Today’s loss to the Athletics can almost be boiled down to one very poor decision. After walking two of the first three batters of the game, C.C. Sabathia and Francisco Cervelli met for a mound conference and, for some reason, decided to throw a first pitch fastball to Kurt Suzuki. Even if Suzuki hadn’t had success against Sabathia in the past, it seems kind of obvious that he would be sitting on a first pitch heater. Well, he got it and didn’t miss.
Staked to an early lead, Dallas Braden used his mid-80s fastball and change-up to keep the Yankees’ lineup off balance. The hitters would never adjust, allowing Braden to breeze through six innings with only 81 pitches. Brad Zeigler and Andrew Bailey had similar success in three innings of 1-hit relief, putting the lid on a game the featured a very lazy Yankees’ offensive effort. Instead of working the count, the Yankees exhibited a very impatient approach, so not surprisingly, the game checked in at a very un-Yankee like 2:07.
After falling behind in the first, Sabathia pitched relatively well despite not having his best location. He also got some help from his defense, which turned a 5-4-3 triple play in the bottom of the 6th. Sabathia wound up going the full 8 innings, but the damage had been done in the first.
- The Yankees last triple play was on June 3, 1968 against the Minnesota Twins. In the top of the 8th inning, the Twins loaded the bases when Johnny Roseboro hit a soft pop back to pitcher Dooley Womack, who then threw to Bobby Cox at 3B to double off Tony Oliva, before Cox relayed the ball to Mickey Mantle at 1B to triple up Bob Allison.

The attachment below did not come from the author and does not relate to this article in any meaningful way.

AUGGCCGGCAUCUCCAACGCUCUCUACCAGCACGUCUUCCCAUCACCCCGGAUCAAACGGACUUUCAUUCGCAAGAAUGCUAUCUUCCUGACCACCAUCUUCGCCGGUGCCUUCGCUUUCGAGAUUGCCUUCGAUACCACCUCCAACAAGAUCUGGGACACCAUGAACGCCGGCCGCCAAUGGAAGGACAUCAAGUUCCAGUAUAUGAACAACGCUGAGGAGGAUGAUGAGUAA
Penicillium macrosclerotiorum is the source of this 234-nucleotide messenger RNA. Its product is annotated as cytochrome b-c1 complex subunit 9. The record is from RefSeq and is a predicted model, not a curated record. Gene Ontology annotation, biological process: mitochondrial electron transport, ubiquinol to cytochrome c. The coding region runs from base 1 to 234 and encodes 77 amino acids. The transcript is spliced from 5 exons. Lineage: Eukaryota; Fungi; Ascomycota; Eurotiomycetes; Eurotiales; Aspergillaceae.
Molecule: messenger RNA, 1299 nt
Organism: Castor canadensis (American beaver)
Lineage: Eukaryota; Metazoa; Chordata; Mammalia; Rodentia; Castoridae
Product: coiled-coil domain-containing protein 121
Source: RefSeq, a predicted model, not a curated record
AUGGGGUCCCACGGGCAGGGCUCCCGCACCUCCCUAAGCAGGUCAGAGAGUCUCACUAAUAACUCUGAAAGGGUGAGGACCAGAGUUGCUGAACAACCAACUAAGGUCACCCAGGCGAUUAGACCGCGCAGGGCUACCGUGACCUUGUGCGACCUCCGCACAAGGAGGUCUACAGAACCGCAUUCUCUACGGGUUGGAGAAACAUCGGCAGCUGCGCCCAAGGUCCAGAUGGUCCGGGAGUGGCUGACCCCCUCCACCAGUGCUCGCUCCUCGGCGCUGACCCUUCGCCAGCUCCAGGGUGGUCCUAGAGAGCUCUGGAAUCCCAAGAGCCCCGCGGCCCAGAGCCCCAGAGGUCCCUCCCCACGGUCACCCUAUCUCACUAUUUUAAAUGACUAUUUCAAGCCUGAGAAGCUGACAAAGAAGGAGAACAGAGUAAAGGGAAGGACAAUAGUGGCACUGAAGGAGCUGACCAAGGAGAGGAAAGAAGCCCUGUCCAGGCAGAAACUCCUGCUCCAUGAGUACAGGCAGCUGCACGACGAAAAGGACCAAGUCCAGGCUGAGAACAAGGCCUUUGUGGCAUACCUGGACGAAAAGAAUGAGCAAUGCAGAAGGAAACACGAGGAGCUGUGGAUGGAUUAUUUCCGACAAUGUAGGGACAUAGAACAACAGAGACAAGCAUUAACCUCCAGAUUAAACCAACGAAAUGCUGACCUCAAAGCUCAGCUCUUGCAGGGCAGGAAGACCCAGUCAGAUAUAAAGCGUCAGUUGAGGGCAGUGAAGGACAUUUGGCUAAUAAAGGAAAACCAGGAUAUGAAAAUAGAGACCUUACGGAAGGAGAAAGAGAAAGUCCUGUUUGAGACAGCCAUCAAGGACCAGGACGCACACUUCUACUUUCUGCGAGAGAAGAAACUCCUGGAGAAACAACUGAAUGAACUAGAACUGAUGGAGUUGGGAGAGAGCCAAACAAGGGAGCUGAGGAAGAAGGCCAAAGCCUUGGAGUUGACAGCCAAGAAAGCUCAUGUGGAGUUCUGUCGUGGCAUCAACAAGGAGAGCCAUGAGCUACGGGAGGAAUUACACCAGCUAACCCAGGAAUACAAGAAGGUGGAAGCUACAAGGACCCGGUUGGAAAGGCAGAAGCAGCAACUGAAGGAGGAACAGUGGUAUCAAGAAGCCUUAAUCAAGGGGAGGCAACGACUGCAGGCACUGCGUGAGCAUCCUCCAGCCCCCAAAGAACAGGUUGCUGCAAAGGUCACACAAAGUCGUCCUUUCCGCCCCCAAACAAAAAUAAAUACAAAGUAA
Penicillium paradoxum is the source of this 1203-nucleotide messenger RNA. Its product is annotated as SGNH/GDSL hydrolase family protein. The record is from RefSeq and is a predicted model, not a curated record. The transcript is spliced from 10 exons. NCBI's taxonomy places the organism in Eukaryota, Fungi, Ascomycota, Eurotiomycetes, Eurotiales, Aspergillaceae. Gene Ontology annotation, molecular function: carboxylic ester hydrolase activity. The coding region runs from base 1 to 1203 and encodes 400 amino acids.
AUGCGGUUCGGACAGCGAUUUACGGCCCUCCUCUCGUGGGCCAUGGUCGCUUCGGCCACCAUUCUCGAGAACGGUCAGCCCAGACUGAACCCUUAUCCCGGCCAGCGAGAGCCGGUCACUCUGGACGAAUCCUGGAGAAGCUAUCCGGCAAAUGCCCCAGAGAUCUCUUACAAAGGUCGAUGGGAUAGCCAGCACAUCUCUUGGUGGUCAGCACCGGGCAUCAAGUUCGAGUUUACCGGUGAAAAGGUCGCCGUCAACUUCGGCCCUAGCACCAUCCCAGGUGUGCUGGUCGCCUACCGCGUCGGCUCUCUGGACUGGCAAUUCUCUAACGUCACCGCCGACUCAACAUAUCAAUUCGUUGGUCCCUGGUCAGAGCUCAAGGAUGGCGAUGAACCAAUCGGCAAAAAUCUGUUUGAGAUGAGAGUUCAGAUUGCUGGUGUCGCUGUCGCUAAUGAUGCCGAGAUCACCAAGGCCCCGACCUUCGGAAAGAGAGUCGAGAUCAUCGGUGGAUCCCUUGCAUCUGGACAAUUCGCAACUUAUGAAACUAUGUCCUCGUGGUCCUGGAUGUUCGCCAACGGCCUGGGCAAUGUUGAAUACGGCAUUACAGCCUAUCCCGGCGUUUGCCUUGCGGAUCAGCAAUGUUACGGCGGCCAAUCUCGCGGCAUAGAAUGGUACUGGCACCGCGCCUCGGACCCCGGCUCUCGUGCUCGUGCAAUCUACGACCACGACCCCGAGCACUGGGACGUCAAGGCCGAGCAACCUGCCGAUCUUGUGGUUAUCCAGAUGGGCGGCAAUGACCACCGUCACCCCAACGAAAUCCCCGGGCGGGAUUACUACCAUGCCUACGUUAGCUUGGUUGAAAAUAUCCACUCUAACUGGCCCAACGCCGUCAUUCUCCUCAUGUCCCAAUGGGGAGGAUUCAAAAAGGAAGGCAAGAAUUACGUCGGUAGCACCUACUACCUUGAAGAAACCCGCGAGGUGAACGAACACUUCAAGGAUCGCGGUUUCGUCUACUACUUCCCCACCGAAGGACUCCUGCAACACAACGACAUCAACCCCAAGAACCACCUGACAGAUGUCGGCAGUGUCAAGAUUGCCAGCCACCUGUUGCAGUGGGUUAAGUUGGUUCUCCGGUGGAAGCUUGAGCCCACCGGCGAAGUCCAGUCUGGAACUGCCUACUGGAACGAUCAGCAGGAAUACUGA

- The last triple play (also of the 5-4-3 variety) in the majors was pulled off by the Brewers in a game against the Giants on September 6, 2009.
- Robinson Cano’s throwing error in the bottom of the 4th inning snapped a team errorless streak that had extended to 12 games. Before the miscue, the last game in which the Yankees made an error (3 in fact) was the second game of the season in Boston.
- Kurt Suzuki’s first inning HR was his third career blast off C.C. Sabathia. Only Alfonso Soriano, Jermaine Dye, Manny Ramirez and Jim Thome have hit more off Sabathia.
- Sabathia tied a career high by giving up six walks. He had issues six free passes two times previously, the most recent of which was also against the Athletics on September 11, 2004.
- The Yankees scored fewer than three runs for the first time all season.
- After Braden retired the side in the 6th inning, he was caught on camera yelling something at Alex Rodriquez. In response, Arod simply waived him off.